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Beirut and Why You Need a Hazmat-Accident Contingency Plan

September 4, 2020

Downtown Beirut provides a grim reminder of why you need a Hazmat-Accident Contingency Plan.

Beirut and Why You Need a Hazmat-Accident Contingency Plan

One might think that the colossal explosion of 2.75 thousand metric tons of ammonia nitrate in downtown Beirut is just one more reason why Lebanon is on almost nobody’s Bucket List for retirement travel. But wait. There’s more!

This latest Mideast tragicomedy provides some absurdities to contemplate for those of us here in the Good Old USA, living as we do in relatively saner & safer environs ruled by warring politicians who, thankfully, are mostly subclinical in their narcissistic craziness. 

How so? Let’s consider ammonium nitrate itself, also called NH4NO3, but better known by the highly-scientific and esoteric moniker: fertilizer.


The backstory on ammonium nitrate 

Beirut and Why You Need a Hazmat-Accident Contingency PlanAmmonium nitrate is usually pelleted. And according to Jimmie Oxley, a professor of chemistry and explosives expert at the University of Rhode Island, “…(it) normally sits nicely and behaves itself until you do something catastrophic to it.” 

And what might that be? Well, top of the list is storing it for a long period of time, whereby the pellets will absorb moisture, “aggregating into rock-like blocks and becoming more sensitive to shocks,” according to Andrea Sella, a professor of inorganic chemistry at UCL in London.

Lebanese authorities confess that the tons of NH4NO3 had been languishing in a downtown-Beirut warehouse in the city’s port for more than six years, which is definitely past the “best if used by” date on the package. 

Beirut and Why You Need a Hazmat-Accident Contingency Plan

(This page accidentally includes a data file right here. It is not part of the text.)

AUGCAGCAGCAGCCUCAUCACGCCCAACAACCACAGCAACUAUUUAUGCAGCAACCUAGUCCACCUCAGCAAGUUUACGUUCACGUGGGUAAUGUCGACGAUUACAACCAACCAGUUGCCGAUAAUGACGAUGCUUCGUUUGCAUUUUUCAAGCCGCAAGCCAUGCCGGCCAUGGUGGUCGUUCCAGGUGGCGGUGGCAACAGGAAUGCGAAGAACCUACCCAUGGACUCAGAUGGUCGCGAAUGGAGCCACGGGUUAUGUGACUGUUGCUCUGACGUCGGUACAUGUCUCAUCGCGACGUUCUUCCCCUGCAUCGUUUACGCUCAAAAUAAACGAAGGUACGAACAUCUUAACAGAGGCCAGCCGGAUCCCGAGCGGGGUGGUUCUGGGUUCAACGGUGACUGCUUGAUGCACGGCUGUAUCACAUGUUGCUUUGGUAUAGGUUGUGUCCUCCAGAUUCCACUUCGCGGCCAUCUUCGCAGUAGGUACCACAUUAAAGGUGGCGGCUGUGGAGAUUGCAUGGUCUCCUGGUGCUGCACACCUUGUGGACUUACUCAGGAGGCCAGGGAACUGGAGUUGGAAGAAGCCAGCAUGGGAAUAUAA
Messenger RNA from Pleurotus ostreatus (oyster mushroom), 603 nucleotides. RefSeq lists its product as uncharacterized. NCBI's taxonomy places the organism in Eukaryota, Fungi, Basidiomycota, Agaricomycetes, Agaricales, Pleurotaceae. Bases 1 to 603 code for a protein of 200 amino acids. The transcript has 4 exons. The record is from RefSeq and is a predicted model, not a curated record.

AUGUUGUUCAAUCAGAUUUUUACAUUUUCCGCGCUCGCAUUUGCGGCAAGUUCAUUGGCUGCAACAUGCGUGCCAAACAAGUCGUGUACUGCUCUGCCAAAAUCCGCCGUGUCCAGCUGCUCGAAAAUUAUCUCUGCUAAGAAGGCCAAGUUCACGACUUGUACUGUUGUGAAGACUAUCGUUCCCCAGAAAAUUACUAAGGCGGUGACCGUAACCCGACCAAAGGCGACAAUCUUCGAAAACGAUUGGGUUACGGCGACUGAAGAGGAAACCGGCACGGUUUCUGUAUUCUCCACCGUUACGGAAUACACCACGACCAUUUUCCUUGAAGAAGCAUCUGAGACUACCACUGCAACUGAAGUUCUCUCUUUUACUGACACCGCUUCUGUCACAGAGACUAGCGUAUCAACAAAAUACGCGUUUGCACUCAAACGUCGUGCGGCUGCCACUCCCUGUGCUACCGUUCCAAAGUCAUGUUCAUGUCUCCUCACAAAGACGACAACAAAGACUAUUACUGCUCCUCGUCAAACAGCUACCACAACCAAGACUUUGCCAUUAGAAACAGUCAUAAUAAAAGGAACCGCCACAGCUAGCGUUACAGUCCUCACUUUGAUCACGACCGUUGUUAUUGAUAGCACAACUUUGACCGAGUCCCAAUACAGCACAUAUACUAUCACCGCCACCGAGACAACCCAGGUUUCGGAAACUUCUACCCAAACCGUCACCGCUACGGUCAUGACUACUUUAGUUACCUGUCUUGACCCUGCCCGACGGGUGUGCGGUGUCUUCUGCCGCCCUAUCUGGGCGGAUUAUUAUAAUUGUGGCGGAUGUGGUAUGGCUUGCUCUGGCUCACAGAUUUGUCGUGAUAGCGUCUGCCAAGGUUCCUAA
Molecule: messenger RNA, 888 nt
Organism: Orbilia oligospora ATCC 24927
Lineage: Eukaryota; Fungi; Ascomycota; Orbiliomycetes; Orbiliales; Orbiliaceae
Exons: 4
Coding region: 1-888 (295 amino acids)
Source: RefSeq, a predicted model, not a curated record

A fire started, causing an initial blast, compressing the NH4NO3, and thereby instigating a second blast estimated to be somewhere between .30 and .70 kilotons—producing a shockwave that killed 100+ and injured thousands.

Doing the math, the force of the explosion was 30- to 70-percent as strong as your garden-variety 100 megaton nuclear warhead, of which the US and Russia together have about 3,200 coursing under & around the seven seas: a comfort to us all.

So why are we telling you this? 

Because if ever there were a compelling reminder that many otherwise-benign chemicals will become lethal when inadvertently mixed with other chemicals, heated, or compressed, etc., Beirut provides the mother of them all. You need a plan. Now.

Tragically, following the initial blast, a fire started compressing the NH4NO3, and thereby instigating a second blast estimated to be somewhere between .30 and .70 kilotons—producing a shockwave that killed 180+ people and injured thousands.


Does your company have a contingency plan to deal with possible hazmat disasters?

Okay, you’re probably not storing 2.75 thousand metric tons of ammonia on site. If you are, leave the building immediately, and do not turn on-or-off any lights as you egress. That said: 

No commercial or industrial enterprise that involves chemicals or petroleum is immune to the possibility of a disaster. 

No matter how large or small your enterprise, you need to consider the environmental damage that might be caused by a spill, fire, or explosion for which you will ultimately be held legally and financially responsible, regardless of whether such a disaster is manmade (e.g. stupidity) or an Act of God (e.g. a tornado).